Gratitude: A Radical (and Essential) Act
What would our society would look like if we embraced gratitude? Not just privately, in gratitude journals and personal prayers… but as a civic practice?
Sound strange? We don’t often think of gratitude as a public act. In her book Grateful: The Transformative Power of Giving Thanks, religious scholar and author Diana Butler Bass explores a radical idea: gratitude is social. It connects us to one another. In Grateful, Butler Bass brings this idea to life, giving readers a glimpse of a world where blessings are shared and acknowledged freely, without expectation or debt.
This idea of public gratitude — that it is important for society to witness public acts of gratitude, to acknowledge grace (what Quakers might call, “walking in the Light”) — feels very relevant to FCNL’s work. After all, we seek a world where every person’s potential may be fulfilled because we can imagine a world where blessings are not scarce. This is part of Quakers’ prophetic witness for true equality.
How do we get there?
Butler Bass discussed this idea in an interview with Sojourner’s. “Human culture winds up structuring their social contexts on scarcity,” she explains. “And then stuff happens — there’s a war, or there's a drought. This profound experience of scarcity and limits leads to anger and cynicism and hatred and scapegoating.”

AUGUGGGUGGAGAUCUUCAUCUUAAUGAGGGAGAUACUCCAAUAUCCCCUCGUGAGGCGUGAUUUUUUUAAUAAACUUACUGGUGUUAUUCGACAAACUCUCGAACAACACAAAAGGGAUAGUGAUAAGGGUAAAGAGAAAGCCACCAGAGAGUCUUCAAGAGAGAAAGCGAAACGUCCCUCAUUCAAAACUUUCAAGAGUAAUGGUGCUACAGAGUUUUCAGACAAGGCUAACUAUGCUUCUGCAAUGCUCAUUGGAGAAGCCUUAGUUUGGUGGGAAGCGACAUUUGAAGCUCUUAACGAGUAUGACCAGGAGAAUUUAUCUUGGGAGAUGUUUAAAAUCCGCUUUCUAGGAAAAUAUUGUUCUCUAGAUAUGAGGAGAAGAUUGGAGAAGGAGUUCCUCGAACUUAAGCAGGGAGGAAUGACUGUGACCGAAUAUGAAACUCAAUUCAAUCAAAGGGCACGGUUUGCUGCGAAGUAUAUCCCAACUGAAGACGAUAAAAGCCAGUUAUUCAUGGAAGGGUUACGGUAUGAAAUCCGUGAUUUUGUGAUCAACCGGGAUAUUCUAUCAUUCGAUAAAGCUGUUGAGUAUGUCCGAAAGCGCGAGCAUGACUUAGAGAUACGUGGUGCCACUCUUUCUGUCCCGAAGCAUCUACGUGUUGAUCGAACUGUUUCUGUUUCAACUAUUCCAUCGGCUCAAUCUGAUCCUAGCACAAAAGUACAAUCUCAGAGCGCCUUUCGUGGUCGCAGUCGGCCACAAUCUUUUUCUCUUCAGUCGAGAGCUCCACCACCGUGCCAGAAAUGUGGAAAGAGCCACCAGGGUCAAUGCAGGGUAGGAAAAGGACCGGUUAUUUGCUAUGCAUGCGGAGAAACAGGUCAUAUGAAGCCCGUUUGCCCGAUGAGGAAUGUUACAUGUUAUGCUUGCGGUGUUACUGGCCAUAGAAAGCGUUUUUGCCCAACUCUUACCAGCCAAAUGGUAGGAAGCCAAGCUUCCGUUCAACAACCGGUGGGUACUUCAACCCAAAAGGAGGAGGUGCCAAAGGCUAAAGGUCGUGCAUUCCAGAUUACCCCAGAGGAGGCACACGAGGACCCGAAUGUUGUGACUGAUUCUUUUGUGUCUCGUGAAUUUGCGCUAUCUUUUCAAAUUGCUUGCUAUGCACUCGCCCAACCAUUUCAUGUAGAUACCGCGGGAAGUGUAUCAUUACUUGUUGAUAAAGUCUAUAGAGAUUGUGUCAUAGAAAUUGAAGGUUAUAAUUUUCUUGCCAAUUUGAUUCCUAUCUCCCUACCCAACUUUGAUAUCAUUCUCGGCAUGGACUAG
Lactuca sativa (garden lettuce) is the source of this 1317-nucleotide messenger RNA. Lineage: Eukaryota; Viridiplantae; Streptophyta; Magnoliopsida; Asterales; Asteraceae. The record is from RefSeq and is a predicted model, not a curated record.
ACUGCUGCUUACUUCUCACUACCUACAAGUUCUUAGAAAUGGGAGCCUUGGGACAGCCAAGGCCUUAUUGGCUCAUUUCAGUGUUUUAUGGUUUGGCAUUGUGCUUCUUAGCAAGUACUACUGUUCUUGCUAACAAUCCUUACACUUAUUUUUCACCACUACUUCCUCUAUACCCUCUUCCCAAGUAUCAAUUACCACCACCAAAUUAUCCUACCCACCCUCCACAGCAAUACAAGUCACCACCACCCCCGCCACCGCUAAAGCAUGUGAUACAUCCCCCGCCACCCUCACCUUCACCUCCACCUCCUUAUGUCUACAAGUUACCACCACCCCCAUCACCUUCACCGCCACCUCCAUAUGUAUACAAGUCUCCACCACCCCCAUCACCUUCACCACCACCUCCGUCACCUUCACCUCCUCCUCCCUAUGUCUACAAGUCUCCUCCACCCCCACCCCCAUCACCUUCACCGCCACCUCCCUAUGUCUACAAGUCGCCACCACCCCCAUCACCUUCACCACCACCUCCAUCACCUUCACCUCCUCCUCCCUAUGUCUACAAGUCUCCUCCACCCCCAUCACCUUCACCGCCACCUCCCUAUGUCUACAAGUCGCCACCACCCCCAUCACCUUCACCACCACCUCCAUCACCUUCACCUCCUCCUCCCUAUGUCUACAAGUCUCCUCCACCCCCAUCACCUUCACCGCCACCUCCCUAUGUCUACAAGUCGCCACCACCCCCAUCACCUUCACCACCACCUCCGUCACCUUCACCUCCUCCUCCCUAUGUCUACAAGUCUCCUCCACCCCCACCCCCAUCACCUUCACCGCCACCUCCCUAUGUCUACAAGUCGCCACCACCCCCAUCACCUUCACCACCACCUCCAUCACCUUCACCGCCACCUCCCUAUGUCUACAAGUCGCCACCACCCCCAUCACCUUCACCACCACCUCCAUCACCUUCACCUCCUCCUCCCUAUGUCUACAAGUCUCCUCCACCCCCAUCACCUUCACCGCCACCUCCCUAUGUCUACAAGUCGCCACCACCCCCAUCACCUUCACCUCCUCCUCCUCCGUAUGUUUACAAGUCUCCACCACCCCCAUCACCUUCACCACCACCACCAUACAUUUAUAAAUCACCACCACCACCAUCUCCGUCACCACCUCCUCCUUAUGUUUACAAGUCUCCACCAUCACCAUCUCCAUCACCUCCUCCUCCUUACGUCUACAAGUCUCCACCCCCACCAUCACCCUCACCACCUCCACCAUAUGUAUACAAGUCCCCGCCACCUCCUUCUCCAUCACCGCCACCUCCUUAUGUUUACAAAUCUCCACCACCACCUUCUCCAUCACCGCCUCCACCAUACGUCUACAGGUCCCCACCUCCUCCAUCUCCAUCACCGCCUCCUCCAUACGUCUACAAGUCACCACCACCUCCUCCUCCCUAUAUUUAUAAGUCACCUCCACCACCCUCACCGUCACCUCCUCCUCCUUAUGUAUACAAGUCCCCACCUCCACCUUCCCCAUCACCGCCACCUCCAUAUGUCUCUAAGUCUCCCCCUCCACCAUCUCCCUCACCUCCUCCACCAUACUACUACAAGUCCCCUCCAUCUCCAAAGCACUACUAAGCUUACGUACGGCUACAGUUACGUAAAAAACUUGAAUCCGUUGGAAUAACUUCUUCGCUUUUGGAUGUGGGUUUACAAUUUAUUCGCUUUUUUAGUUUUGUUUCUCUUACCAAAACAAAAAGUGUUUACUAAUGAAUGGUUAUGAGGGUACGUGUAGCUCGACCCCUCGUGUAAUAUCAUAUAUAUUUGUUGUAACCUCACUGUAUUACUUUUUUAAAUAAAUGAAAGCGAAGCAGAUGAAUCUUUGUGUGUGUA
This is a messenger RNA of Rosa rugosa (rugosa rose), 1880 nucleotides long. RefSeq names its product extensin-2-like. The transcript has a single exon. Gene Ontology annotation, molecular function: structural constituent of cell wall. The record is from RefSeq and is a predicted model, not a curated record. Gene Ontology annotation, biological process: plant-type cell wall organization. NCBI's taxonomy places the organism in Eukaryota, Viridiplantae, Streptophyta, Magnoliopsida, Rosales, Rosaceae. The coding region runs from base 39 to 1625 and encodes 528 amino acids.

In privileged communities, she says, gratitude is often structured in hierarchical ways, around ideas of obligation and indebtedness. But gratitude is not about debt and economic exchange. It’s about grace and understanding that we are all beloved children of God.
What would it look like if we were wonderfully, audibly, grateful for our blessings? If we were not afraid to share them widely—and without collecting debts? I can’t help but imagine that this would be a world where it was easier to protect families struggling with hunger, where we would give humanitarian aid more freely, where economic concerns would not stand in the way of caring for our planet. Could being grateful through all our challenges – acknowledging what we have—make us more compassionate?
We have some work to do to create a grateful society. The task can seem daunting in these challenging political times. And yet it is these very times that make our gratitude, which connects us to others, and to the Spirit, as radical as it is essential.
You can join me at FCNL’s Quaker Welcome Center on October 24th at 6:30 pm to hear Diana Butler Bass read and join in our discussion with her. If you can’t be there in person, consider joining us via Zoom.